November 19, 2013 CEC Press Release
Cheshire East Fights to Protect Countryside
Cheshire East Council has vowed to fight two key planning applications in Congleton in order to protect the character of the Cheshire countryside
The decision was made following Friday’s strategic planning board meeting in which members voted in favour of opposing development on grounds that it would affect an important area of countryside south of Congleton town centre.
The appeals are the Moorings in Congleton; Kestral Drive and Goldfinch Drive in Congleton.
Council Leader Councillor Michael Jones said: “We are determined to do what is right for the people of Cheshire East and we believe that there are sound planning grounds for fighting these appeals.
“We are not the only local authority in this position and indeed many of the Shire counties, like us, have raised concerns with the Government that the goalposts have been moved in terms of housing numbers, placing more pressure to build on the countryside.
“At the time the Strategic Housing Land Availability Assessment (SHLAA) was prepared our housing calculations were in line with national guidance and we feel we have simply fallen foul of recent policy changes in the midst of shifting sands during a difficult economic period.
“This does not mean that we will be fighting each and every appeal but we will be doing all we can to state our case on these two appeals.”
Updated position on the SHLAA:
The SHLAA is an annual document pin-pointing allocated housing sites across the Borough and has recently failed to meet the Planning Inspectorate’s robustness test in two recent appeal decisions. This was in relation to plans for housing along Congleton Road and Abbey Road in Sandbach.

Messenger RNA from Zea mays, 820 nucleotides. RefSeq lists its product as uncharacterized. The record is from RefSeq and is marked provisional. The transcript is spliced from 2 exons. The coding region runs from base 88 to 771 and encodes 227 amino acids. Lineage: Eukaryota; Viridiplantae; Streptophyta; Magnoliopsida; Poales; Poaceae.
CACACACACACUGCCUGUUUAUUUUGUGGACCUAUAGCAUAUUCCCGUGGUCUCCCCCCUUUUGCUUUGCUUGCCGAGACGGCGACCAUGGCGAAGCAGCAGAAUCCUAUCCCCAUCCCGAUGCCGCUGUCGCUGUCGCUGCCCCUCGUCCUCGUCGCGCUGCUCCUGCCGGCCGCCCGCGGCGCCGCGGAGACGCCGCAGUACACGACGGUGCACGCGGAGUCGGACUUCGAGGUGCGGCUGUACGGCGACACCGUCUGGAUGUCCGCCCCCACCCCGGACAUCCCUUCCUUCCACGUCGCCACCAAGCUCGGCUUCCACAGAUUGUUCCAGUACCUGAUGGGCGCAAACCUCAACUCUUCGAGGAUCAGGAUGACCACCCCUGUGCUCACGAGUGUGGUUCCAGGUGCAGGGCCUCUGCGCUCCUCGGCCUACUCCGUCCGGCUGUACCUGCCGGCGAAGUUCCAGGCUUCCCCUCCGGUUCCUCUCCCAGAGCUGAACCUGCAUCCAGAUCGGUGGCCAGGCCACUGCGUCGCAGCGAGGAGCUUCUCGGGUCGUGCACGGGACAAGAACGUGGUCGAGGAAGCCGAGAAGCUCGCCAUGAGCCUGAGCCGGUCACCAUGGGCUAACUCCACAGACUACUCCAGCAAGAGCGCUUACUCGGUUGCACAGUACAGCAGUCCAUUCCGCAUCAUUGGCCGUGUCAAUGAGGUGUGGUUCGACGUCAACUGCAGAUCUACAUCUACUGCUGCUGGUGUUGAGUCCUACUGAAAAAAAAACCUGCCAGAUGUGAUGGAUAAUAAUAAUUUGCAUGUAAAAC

There are two methods of accounting for the shortfall in housing numbers due to the recession: The Liverpool Method and the Sedgefield Method. At the time the SHLAA was prepared, the Liverpool Method was endorsed by both the coalition Government and the House Builders Federation.
Liverpool Method: Cheshire East Council has used the long-established Liverpool Method. This spreads the shortfall over the number of years remaining in the development plan period – in the case of these appeals that was nine years.
Sedgefield Method: The Sedgefield Method mops up any shortfall in house-building over a five-year period. The Government appears to be suggesting that Cheshire East Council should have used this method.
The Council’s five-year supply using the Liverpool Method means that a basic 5,750 homes should be built in five years, with a five per cent buffer and backlog, totalling 6,777.
But the Inspectorate is now stating that land for a massive 3,250 extra houses should be identified on top of the basic requirement of 5,750 homes should be built, totalling 9,000 homes. This is expands the target to almost an eight-year supply of land
The Council is now seeking clarification from Planning Minister Nick Boles about how the authority can move forward and adhere to current guidance, which appears to have changed since August this year.